Great crested newts are causing delays to York’s outer ring road upgrade.
And a report warns hold ups to the outer ring road project could have “an impact” on the new stadium – but a council spokesman said it will not cause any delay to the build or opening date and any roadworks will be carefully coordinated.
The newts are a protected species and a licence is needed from Natural England for any work that may disturb or damage their habitats.
The creatures have been found near the site of the Monks Cross roundabout – on the south west side of the A1237 – where work is due to take place on upgrading the road.
A City of York Council report says the local authority needs to purchase nearby land to create a new home for the newts.
But negotiations with landowners are “time-consuming” and a compulsory purchase order – which would enable the council to buy land without the consent of the owner – may be needed.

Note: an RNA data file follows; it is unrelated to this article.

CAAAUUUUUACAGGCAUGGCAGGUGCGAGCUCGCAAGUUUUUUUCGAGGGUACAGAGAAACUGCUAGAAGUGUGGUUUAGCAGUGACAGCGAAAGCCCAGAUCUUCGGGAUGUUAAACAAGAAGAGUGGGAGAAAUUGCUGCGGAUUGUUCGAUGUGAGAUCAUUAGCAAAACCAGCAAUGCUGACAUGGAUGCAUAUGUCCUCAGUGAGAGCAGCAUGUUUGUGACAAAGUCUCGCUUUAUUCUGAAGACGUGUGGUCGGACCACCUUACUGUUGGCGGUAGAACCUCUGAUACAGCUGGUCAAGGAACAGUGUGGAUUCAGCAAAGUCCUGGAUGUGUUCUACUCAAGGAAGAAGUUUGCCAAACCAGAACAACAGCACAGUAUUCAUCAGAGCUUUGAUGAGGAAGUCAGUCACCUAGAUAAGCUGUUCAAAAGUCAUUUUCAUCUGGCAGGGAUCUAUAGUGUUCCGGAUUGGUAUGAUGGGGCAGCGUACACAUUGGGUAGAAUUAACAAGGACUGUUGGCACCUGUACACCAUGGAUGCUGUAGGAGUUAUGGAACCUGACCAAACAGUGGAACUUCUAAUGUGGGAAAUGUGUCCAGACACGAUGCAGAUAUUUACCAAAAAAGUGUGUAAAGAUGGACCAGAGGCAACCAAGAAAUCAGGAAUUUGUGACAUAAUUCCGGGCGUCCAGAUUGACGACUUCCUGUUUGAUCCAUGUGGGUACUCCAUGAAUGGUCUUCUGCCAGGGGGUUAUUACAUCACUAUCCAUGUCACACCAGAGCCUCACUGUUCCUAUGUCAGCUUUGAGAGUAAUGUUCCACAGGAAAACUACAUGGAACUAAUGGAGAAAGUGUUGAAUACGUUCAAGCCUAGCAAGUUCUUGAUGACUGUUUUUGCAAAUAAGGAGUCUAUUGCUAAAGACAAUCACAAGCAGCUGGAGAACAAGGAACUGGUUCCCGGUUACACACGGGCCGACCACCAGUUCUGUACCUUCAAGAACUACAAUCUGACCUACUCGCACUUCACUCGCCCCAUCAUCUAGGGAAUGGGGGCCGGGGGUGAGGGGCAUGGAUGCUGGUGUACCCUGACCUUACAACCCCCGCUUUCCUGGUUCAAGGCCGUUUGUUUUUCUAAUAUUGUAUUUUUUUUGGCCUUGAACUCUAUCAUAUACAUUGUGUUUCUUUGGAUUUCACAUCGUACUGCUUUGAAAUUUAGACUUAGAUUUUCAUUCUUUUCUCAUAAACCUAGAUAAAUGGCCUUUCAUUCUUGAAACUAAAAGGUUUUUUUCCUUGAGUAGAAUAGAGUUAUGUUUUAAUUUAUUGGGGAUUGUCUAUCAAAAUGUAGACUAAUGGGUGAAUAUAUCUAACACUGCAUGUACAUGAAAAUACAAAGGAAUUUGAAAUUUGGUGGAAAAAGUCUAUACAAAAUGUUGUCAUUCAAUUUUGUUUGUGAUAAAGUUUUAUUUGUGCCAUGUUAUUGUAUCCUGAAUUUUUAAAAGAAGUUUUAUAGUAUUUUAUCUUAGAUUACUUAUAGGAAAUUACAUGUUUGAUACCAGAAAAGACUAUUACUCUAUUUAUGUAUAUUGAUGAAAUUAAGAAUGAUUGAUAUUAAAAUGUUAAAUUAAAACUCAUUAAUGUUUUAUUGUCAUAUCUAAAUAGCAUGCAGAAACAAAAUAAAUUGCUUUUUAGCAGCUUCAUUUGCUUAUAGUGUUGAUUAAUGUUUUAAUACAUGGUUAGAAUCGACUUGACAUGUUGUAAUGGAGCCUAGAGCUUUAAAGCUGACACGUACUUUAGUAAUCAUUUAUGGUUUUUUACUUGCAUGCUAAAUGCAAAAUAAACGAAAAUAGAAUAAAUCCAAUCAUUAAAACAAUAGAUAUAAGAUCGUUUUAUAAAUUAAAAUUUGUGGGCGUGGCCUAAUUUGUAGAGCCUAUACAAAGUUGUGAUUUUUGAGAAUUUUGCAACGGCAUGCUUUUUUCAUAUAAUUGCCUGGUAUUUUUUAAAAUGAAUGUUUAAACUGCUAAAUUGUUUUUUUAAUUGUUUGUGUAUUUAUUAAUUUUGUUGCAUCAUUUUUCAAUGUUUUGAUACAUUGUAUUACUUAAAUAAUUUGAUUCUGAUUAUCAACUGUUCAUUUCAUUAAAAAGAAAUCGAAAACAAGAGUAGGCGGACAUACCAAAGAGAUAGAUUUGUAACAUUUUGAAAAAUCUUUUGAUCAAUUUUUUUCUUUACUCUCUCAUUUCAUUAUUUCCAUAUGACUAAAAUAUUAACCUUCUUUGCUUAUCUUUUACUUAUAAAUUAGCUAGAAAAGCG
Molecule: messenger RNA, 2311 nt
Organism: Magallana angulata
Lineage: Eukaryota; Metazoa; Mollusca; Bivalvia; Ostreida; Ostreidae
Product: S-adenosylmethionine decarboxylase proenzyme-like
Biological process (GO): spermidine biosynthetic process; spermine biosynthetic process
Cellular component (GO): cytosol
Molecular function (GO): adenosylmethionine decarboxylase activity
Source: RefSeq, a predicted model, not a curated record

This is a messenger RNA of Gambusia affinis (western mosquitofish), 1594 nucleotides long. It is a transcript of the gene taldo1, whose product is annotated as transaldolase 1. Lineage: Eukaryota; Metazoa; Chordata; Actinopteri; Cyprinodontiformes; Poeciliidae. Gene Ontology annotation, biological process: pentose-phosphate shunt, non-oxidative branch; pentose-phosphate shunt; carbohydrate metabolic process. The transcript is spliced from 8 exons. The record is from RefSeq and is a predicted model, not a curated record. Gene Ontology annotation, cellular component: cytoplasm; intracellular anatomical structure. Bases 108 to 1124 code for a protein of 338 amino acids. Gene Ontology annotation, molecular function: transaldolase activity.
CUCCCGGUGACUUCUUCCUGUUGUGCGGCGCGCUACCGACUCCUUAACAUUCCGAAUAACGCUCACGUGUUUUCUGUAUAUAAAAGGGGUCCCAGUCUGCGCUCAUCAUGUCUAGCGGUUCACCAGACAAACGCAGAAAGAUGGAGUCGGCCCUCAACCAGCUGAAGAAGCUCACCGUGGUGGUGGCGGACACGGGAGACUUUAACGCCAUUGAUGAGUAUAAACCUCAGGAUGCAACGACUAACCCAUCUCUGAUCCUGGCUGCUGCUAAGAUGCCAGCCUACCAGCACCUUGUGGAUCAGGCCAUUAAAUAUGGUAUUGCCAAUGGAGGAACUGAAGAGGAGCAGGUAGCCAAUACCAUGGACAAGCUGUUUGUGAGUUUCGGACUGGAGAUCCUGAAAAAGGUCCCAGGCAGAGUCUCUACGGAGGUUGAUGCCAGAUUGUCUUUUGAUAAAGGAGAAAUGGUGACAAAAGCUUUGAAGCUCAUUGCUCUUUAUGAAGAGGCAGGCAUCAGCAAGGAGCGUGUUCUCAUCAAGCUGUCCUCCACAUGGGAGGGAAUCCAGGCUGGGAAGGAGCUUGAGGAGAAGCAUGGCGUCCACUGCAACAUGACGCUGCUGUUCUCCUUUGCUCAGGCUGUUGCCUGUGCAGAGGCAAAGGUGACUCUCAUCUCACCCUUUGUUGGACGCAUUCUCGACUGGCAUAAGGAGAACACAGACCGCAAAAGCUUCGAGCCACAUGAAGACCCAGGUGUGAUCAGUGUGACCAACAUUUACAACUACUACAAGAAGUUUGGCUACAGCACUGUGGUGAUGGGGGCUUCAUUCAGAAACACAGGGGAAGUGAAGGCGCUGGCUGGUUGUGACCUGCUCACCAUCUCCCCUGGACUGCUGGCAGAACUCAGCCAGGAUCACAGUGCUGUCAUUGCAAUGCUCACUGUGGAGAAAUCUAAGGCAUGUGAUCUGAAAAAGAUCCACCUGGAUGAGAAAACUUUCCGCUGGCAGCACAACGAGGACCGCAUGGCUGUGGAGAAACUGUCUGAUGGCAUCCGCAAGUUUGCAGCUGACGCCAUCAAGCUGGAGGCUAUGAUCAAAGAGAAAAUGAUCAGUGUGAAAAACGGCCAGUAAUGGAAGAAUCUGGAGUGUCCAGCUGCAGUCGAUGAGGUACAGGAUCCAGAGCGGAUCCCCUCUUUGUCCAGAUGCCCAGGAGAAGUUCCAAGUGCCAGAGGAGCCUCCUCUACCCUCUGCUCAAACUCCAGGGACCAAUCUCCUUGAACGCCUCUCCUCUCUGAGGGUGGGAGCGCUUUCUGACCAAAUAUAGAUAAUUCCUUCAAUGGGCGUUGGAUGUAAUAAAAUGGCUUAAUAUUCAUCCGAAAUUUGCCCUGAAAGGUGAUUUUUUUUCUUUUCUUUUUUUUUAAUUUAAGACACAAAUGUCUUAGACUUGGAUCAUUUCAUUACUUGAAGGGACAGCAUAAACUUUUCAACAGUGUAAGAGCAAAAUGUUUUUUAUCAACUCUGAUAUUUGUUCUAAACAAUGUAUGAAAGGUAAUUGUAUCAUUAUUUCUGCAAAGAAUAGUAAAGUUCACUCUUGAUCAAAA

Protect the population
Tony Clarke, head of transport at the council, said a survey for protected species found the great crested newts at the Monks Cross-A1237 roundabout site, adding:
We need to provide a hibernaculum [where the animals can shelter in winter] to secure the long-term protection of the area’s newt population.
We’re looking at where this can go as part of the agreements we’re negotiating with several landowners around the site, and this has caused the delay to the roundabout.
The report says: “This could delay commencement of phase two Monks Cross junction upgrade and impact on the opening of the Community Stadium.”
But a council spokesman said: “This will not cause any delay to the build or opening date, and our project teams are coordinating roadworks to minimise the impact on the road network and the surrounding communities.”
Plans for the roundabout include widening lanes to improve congestion as part of the £38m A1237 upgrade.